Researchers Just Added An Astonishing TWENTY New Phyla To The Tree Of Life


The work has exploded the known number of genomes of organisms by an impressive 10 percent. inbevel/Shutterstock

By using a new technique to sample the DNA of microorganisms taken directly from the environment researchers have vastly expanded our knowledge of life on Earth, adding an astonishing 20 new phyla to the tree of life.

The incredible new study has shed light on 7,280 bacterial and 623 archaeal genomes. With roughly 80,000 genomes currently known to science, this latest paper alone has exploded this figure by a remarkable 10 percent. The study has been published in Nature Microbiology and could lead the way in uncovering what are termed “dark matter” microbes.


While we know that every single environment, from the sediments at hydrothermal vents to the guts inside us, are crawling with bacteria, we have only even been able to sample a minuscule amount of these organisms due to the inability to culture them successfully in a lab. Because of the fact we know they are there, that they are critical for the environment, and yet still cannot be described, they have been dubbed the “dark matter” of microbiology.

Typically “less than one per cent can be cultured, due to challenging factors including slow growth rates, fastidious growth requirements, and the need to cross-feed off other species,” explained Professor Gene Tyson, in a statement. So researchers have turned to other methods to sample these microbes.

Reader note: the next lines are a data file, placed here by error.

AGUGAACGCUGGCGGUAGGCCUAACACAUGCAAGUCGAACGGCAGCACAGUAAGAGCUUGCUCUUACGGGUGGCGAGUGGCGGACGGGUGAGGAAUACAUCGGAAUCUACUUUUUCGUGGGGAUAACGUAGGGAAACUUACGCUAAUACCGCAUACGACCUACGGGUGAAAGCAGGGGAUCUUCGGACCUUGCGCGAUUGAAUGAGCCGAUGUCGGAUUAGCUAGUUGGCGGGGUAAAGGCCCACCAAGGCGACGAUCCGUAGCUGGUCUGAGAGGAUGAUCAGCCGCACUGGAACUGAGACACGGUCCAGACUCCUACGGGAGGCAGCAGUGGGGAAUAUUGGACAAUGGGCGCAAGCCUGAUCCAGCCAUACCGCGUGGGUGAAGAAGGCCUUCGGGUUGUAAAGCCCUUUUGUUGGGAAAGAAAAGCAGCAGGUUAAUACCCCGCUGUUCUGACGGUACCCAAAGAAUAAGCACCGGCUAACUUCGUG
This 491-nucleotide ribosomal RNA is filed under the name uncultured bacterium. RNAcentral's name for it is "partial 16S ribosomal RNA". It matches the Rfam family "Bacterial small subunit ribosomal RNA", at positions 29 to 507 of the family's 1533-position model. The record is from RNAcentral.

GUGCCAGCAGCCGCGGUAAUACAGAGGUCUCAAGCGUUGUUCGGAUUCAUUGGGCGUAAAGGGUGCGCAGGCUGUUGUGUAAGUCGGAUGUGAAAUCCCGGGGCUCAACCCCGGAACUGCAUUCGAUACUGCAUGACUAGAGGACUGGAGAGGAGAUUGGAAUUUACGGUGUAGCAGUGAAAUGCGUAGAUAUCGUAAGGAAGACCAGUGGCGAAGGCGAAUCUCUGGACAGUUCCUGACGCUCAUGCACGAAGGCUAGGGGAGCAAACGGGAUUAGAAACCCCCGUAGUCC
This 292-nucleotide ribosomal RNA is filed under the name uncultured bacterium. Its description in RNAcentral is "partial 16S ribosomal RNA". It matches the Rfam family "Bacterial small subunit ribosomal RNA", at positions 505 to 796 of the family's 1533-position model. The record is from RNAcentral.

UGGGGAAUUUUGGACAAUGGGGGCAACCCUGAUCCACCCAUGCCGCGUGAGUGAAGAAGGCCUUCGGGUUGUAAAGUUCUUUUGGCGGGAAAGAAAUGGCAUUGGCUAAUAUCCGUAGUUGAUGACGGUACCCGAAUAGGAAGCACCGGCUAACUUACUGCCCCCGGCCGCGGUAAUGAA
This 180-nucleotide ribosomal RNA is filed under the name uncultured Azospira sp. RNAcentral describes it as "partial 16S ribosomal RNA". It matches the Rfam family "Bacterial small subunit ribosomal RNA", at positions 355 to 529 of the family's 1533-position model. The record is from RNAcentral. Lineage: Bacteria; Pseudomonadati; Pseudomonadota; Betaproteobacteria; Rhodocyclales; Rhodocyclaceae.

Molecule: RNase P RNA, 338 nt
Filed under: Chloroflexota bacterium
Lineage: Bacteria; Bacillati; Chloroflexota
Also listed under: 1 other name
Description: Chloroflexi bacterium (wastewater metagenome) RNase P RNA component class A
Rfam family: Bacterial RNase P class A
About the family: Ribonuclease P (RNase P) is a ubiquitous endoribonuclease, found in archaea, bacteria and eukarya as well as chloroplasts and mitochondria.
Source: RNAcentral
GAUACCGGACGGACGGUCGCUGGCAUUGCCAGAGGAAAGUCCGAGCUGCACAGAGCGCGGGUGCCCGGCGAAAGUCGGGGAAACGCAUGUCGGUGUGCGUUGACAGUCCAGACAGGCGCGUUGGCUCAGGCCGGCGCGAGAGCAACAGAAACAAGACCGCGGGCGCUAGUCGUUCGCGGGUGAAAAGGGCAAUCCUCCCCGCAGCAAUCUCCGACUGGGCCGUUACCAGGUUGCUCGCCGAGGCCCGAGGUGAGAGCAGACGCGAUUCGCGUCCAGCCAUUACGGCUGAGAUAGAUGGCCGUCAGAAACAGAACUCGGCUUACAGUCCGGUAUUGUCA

New sequencing technology now allows scientists to recover microbial genomes directly from environmental samples in a technique known as metagenomics. For this, the researchers sample all the DNA sequences found in a soil sample, for example, and then piece them together using computational models to deduce what organisms are present. And it has turned up some astonishing results.

The authors of this latest work took 1,500 of these metagenomes that have already been uploaded onto a data base covering a huge range of environments, from the feces of baboons to sediment from the bottom of the oceans. Trawling through this, they were able to put together the genomes from a truly astonishing 7,280 bacteria and 623 archaea.


But what is more astonishing is the diversity that these genomes displayed. The researchers found that these covered 17 new bacterial and three new archaeal phyla. To give that some perspective, all flowering plants in existence belong to a single phylum, as to do all animals that possess a backbone.

The work paves the way for the technique to be carried out in other environments around the globe, constructing a comprehensive genomic repository of all microbial life. This could help in the discovery of new drugs and antibiotics that are so desperately needed in modern medicine.  

[H/T New Scientist]

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